Rjk983 wrote:I take this set of examples as a strength of the system, not a weakness.
This is a built in gross error check. If the words given are to help find someone lost in the Lake District but point to a square in Vietnam then it is obviously wrong.
Further down in the same article, there are examples of where this doesn't work.
He found that the algorithm behind W3W often gave similar-sounding words and plural versions of words for locations in close proximity, which could cause confusion.
So, for example, circle.goal.leader and circle.goals.leader are less than 1.2 miles (2km) apart along the River Thames.
Not exactly a gross error check then, is it? The research also cited (not in this article) that SAR have been sent to the wrong place in practice by this kind of thing.
Ok, “often” and “some” and then gives one example. Every single grid reference could be loused up and send the emergency services a few metres or tens of kilometres away.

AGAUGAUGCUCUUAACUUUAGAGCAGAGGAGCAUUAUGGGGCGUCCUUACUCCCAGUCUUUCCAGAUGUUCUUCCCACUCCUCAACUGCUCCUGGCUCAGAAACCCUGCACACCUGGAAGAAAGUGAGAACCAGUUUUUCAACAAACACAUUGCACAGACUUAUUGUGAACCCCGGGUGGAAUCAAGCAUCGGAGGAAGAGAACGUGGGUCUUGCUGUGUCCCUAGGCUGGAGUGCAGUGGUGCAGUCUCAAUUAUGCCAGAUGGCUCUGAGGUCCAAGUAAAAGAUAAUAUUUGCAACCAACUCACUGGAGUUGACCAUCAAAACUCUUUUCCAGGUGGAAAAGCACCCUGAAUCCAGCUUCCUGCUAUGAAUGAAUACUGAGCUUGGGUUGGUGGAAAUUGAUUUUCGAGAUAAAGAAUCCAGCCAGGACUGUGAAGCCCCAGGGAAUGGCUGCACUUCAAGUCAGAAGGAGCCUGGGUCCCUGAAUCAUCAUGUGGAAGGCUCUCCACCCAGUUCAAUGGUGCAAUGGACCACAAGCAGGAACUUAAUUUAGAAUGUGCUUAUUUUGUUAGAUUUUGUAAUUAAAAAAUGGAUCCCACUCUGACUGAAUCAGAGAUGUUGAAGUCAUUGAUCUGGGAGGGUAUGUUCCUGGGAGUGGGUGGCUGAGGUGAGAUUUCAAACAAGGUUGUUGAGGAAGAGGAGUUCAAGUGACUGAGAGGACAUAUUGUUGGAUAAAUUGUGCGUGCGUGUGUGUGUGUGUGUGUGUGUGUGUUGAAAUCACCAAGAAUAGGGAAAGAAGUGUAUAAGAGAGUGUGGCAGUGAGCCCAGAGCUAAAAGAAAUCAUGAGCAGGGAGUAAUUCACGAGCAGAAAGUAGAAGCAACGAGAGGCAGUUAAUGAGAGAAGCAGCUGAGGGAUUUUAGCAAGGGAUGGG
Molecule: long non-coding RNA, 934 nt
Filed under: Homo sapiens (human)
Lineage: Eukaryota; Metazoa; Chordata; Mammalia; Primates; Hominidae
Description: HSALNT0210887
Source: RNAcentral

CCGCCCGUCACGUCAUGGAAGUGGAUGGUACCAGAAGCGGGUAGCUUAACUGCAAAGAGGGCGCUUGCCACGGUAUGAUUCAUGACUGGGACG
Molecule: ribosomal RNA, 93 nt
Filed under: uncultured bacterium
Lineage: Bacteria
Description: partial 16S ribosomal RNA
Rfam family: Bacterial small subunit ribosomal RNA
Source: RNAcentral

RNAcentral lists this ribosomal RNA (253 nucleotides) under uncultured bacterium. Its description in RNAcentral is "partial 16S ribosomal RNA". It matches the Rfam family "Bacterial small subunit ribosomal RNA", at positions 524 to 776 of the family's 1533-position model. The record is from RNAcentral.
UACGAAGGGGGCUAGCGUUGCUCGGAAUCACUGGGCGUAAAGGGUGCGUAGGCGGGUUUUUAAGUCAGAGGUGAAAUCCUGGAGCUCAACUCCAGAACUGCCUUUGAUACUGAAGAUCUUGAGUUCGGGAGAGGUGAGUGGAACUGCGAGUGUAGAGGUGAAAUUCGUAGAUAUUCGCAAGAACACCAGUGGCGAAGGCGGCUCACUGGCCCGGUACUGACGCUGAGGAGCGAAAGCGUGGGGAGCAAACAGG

I have many experiences on exercise and ops where people who have been trained in map reading and refreshed and tested every year get it wrong. Eastings then northings or northings then eastings? Electronic devices giving a 10 figure grid, what does the operator remove to turn it into a six figure grid? Don’t underestimate the ability of competent people to make mistakes under the pressure of an emergency. Let alone the amateur or occasional hill Walker who has maybe self taught map reading and not done it for a while. It isn’t rocket science and it is simple to get it right, up until the point when you get it wrong…
Personally I wouldn’t want to rely on w3w solely in an emergency, if you can get 3 words from your smart device then you can also get a GPS location or a grid ref, but it is an extra tool in the kit when the situation requires it. And used in combination with one of the others it can help confirm the locations are correct and the they haven’t become garbled in the transmission.
So I stand by my gross error check statement.